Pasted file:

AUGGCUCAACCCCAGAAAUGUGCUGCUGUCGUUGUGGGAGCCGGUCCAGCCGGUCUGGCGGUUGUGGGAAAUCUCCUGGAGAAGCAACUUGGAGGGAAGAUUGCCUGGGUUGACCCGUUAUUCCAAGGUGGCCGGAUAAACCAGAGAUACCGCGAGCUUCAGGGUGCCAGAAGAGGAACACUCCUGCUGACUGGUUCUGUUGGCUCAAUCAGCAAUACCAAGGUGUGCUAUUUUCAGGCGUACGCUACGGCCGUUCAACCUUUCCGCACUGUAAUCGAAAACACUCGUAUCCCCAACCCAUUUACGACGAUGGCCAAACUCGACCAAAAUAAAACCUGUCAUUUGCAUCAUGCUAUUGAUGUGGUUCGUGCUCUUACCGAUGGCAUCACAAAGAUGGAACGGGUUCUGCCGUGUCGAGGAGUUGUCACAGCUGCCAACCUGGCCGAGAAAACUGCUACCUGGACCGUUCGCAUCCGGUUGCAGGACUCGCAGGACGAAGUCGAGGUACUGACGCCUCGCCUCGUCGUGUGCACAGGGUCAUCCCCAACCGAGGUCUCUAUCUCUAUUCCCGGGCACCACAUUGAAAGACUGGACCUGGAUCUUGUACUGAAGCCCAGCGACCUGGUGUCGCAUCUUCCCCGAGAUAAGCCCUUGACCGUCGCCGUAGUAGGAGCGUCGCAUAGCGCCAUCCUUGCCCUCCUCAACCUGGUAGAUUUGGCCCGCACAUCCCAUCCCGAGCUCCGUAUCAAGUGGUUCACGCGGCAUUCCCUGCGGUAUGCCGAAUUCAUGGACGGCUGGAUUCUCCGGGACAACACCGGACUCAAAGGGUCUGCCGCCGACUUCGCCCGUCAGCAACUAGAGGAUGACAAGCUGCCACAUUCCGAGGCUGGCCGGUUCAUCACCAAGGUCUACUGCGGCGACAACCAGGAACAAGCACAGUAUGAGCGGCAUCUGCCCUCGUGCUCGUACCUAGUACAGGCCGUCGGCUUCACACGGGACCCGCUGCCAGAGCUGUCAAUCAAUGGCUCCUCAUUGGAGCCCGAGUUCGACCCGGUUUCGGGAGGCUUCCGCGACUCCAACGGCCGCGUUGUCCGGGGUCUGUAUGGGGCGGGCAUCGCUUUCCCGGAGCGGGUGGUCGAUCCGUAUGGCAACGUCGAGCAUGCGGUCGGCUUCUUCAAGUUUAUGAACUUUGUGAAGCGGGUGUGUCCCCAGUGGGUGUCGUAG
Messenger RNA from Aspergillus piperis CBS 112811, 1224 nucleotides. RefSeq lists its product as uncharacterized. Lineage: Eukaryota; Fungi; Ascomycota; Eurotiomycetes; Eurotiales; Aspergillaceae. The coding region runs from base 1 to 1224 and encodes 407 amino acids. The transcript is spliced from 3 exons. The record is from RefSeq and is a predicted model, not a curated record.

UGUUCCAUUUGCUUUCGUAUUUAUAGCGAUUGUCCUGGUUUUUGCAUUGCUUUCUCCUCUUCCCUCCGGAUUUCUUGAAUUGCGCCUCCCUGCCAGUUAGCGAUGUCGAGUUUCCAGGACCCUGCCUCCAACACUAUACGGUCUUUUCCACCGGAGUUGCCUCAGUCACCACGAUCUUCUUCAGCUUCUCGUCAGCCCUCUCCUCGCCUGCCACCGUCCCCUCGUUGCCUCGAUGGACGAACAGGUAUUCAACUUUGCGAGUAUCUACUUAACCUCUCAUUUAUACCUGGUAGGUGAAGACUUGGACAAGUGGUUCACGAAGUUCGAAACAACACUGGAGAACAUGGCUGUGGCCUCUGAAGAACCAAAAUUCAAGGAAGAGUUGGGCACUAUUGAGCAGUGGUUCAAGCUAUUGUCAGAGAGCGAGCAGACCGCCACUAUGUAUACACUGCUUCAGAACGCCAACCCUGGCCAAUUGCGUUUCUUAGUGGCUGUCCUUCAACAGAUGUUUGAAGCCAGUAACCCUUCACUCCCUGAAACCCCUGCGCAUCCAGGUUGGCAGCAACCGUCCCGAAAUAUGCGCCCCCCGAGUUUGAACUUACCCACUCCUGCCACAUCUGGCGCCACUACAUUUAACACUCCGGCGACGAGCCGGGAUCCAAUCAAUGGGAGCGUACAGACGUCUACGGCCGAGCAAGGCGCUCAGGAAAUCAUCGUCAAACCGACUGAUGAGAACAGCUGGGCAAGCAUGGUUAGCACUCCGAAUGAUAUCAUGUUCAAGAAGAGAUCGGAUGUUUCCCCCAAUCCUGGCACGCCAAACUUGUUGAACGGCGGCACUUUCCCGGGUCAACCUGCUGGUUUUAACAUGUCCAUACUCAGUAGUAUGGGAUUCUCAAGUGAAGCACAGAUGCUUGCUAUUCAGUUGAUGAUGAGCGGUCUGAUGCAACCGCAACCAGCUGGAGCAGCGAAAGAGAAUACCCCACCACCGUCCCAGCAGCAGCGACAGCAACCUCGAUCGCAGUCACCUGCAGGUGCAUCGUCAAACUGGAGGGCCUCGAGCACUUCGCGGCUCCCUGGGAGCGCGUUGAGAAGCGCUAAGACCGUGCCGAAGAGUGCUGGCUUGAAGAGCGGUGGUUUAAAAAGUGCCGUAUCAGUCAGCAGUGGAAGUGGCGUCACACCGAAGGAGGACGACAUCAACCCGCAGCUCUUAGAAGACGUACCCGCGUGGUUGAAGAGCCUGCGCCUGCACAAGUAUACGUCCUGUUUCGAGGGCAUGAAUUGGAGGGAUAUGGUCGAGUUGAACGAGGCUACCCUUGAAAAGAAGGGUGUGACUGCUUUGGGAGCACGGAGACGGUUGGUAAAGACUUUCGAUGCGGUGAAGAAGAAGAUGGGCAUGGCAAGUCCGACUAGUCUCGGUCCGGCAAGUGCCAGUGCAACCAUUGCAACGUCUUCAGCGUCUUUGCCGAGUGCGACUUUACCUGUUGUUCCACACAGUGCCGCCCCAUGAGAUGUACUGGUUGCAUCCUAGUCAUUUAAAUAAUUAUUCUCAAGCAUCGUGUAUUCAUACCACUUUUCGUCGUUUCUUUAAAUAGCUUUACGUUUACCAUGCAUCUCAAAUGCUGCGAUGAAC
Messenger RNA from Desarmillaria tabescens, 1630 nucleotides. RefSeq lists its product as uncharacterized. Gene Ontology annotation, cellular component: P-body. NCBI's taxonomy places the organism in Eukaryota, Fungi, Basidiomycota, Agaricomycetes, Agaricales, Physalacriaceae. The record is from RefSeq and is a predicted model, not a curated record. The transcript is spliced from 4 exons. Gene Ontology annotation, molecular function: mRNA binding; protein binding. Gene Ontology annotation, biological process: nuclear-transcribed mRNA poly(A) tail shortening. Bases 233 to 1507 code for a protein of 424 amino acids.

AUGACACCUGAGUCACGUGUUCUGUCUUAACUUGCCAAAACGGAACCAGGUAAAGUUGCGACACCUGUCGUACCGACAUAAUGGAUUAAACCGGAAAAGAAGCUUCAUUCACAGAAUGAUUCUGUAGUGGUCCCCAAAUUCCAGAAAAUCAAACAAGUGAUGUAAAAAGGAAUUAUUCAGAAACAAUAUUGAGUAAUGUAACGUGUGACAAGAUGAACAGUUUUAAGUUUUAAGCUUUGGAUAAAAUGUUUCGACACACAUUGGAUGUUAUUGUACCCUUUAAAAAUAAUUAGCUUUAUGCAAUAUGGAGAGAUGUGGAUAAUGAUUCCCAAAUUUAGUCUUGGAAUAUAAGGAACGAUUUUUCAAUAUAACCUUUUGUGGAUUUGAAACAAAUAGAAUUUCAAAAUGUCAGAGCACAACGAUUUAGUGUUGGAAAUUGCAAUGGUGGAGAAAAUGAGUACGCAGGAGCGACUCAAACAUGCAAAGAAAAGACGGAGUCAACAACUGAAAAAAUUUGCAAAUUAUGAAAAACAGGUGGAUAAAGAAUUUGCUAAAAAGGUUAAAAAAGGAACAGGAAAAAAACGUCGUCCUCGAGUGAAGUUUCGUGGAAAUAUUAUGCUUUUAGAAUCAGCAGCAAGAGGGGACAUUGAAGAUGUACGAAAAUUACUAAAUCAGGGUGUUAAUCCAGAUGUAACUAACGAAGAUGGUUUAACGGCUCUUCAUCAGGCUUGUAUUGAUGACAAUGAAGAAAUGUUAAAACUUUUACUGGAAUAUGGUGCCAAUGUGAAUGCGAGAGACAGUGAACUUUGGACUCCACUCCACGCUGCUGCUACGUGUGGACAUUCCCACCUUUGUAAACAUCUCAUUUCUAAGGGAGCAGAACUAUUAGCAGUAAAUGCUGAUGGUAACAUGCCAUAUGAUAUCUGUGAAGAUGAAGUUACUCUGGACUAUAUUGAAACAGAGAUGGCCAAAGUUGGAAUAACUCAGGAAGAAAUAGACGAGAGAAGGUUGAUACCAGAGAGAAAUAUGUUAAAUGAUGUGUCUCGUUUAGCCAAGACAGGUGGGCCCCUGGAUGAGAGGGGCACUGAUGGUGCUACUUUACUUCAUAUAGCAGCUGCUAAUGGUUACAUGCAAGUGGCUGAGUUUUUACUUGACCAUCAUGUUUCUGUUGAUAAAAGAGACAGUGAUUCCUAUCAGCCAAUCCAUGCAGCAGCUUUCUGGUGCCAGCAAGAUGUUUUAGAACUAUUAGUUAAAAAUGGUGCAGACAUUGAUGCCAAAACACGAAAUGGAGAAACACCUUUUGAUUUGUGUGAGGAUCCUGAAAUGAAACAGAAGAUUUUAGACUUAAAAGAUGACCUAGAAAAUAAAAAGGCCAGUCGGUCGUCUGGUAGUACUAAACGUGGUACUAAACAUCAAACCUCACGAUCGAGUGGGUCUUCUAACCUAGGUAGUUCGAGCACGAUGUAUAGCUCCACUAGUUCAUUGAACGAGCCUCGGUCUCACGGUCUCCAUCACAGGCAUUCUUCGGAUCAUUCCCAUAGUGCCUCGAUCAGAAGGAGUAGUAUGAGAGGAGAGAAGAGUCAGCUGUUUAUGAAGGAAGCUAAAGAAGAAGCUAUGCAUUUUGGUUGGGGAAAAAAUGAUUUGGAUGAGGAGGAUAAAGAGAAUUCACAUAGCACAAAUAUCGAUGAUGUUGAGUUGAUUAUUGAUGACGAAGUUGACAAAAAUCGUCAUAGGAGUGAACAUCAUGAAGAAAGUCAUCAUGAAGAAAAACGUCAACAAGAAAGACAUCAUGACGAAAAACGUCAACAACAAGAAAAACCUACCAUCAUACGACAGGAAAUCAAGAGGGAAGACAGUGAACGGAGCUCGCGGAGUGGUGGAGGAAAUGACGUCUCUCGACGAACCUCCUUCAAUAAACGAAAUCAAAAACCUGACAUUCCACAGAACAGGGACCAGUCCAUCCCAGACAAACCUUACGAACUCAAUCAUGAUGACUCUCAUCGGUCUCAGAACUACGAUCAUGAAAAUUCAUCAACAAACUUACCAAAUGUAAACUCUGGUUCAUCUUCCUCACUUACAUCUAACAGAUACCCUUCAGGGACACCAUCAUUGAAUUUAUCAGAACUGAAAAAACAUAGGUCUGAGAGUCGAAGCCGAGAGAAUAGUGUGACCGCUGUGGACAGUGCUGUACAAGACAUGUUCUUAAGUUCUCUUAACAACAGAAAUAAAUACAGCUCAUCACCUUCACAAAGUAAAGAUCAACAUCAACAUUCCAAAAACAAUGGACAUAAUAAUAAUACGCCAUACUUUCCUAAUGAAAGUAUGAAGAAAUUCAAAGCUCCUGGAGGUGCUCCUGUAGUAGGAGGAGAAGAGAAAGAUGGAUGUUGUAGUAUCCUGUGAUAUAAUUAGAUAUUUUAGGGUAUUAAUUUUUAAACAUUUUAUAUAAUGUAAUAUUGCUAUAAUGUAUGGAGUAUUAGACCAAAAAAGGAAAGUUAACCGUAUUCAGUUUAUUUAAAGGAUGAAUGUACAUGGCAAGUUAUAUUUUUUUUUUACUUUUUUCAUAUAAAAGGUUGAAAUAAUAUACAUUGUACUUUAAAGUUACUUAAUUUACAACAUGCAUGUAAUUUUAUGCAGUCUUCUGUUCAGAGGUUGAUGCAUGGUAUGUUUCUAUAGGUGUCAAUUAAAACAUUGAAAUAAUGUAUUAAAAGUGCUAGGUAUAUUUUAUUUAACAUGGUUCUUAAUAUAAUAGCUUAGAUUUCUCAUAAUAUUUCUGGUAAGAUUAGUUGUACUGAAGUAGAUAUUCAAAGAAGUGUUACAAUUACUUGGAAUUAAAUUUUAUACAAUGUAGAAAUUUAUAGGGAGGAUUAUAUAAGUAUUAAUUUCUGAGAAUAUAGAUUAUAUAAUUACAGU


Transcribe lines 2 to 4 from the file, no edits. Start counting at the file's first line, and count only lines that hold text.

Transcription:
Messenger RNA from Aspergillus piperis CBS 112811, 1224 nucleotides. RefSeq lists its product as uncharacterized. Lineage: Eukaryota; Fungi; Ascomycota; Eurotiomycetes; Eurotiales; Aspergillaceae. The coding region runs from base 1 to 1224 and encodes 407 amino acids. The transcript is spliced from 3 exons. The record is from RefSeq and is a predicted model, not a curated record.

UGUUCCAUUUGCUUUCGUAUUUAUAGCGAUUGUCCUGGUUUUUGCAUUGCUUUCUCCUCUUCCCUCCGGAUUUCUUGAAUUGCGCCUCCCUGCCAGUUAGCGAUGUCGAGUUUCCAGGACCCUGCCUCCAACACUAUACGGUCUUUUCCACCGGAGUUGCCUCAGUCACCACGAUCUUCUUCAGCUUCUCGUCAGCCCUCUCCUCGCCUGCCACCGUCCCCUCGUUGCCUCGAUGGACGAACAGGUAUUCAACUUUGCGAGUAUCUACUUAACCUCUCAUUUAUACCUGGUAGGUGAAGACUUGGACAAGUGGUUCACGAAGUUCGAAACAACACUGGAGAACAUGGCUGUGGCCUCUGAAGAACCAAAAUUCAAGGAAGAGUUGGGCACUAUUGAGCAGUGGUUCAAGCUAUUGUCAGAGAGCGAGCAGACCGCCACUAUGUAUACACUGCUUCAGAACGCCAACCCUGGCCAAUUGCGUUUCUUAGUGGCUGUCCUUCAACAGAUGUUUGAAGCCAGUAACCCUUCACUCCCUGAAACCCCUGCGCAUCCAGGUUGGCAGCAACCGUCCCGAAAUAUGCGCCCCCCGAGUUUGAACUUACCCACUCCUGCCACAUCUGGCGCCACUACAUUUAACACUCCGGCGACGAGCCGGGAUCCAAUCAAUGGGAGCGUACAGACGUCUACGGCCGAGCAAGGCGCUCAGGAAAUCAUCGUCAAACCGACUGAUGAGAACAGCUGGGCAAGCAUGGUUAGCACUCCGAAUGAUAUCAUGUUCAAGAAGAGAUCGGAUGUUUCCCCCAAUCCUGGCACGCCAAACUUGUUGAACGGCGGCACUUUCCCGGGUCAACCUGCUGGUUUUAACAUGUCCAUACUCAGUAGUAUGGGAUUCUCAAGUGAAGCACAGAUGCUUGCUAUUCAGUUGAUGAUGAGCGGUCUGAUGCAACCGCAACCAGCUGGAGCAGCGAAAGAGAAUACCCCACCACCGUCCCAGCAGCAGCGACAGCAACCUCGAUCGCAGUCACCUGCAGGUGCAUCGUCAAACUGGAGGGCCUCGAGCACUUCGCGGCUCCCUGGGAGCGCGUUGAGAAGCGCUAAGACCGUGCCGAAGAGUGCUGGCUUGAAGAGCGGUGGUUUAAAAAGUGCCGUAUCAGUCAGCAGUGGAAGUGGCGUCACACCGAAGGAGGACGACAUCAACCCGCAGCUCUUAGAAGACGUACCCGCGUGGUUGAAGAGCCUGCGCCUGCACAAGUAUACGUCCUGUUUCGAGGGCAUGAAUUGGAGGGAUAUGGUCGAGUUGAACGAGGCUACCCUUGAAAAGAAGGGUGUGACUGCUUUGGGAGCACGGAGACGGUUGGUAAAGACUUUCGAUGCGGUGAAGAAGAAGAUGGGCAUGGCAAGUCCGACUAGUCUCGGUCCGGCAAGUGCCAGUGCAACCAUUGCAACGUCUUCAGCGUCUUUGCCGAGUGCGACUUUACCUGUUGUUCCACACAGUGCCGCCCCAUGAGAUGUACUGGUUGCAUCCUAGUCAUUUAAAUAAUUAUUCUCAAGCAUCGUGUAUUCAUACCACUUUUCGUCGUUUCUUUAAAUAGCUUUACGUUUACCAUGCAUCUCAAAUGCUGCGAUGAAC
Messenger RNA from Desarmillaria tabescens, 1630 nucleotides. RefSeq lists its product as uncharacterized. Gene Ontology annotation, cellular component: P-body. NCBI's taxonomy places the organism in Eukaryota, Fungi, Basidiomycota, Agaricomycetes, Agaricales, Physalacriaceae. The record is from RefSeq and is a predicted model, not a curated record. The transcript is spliced from 4 exons. Gene Ontology annotation, molecular function: mRNA binding; protein binding. Gene Ontology annotation, biological process: nuclear-transcribed mRNA poly(A) tail shortening. Bases 233 to 1507 code for a protein of 424 amino acids.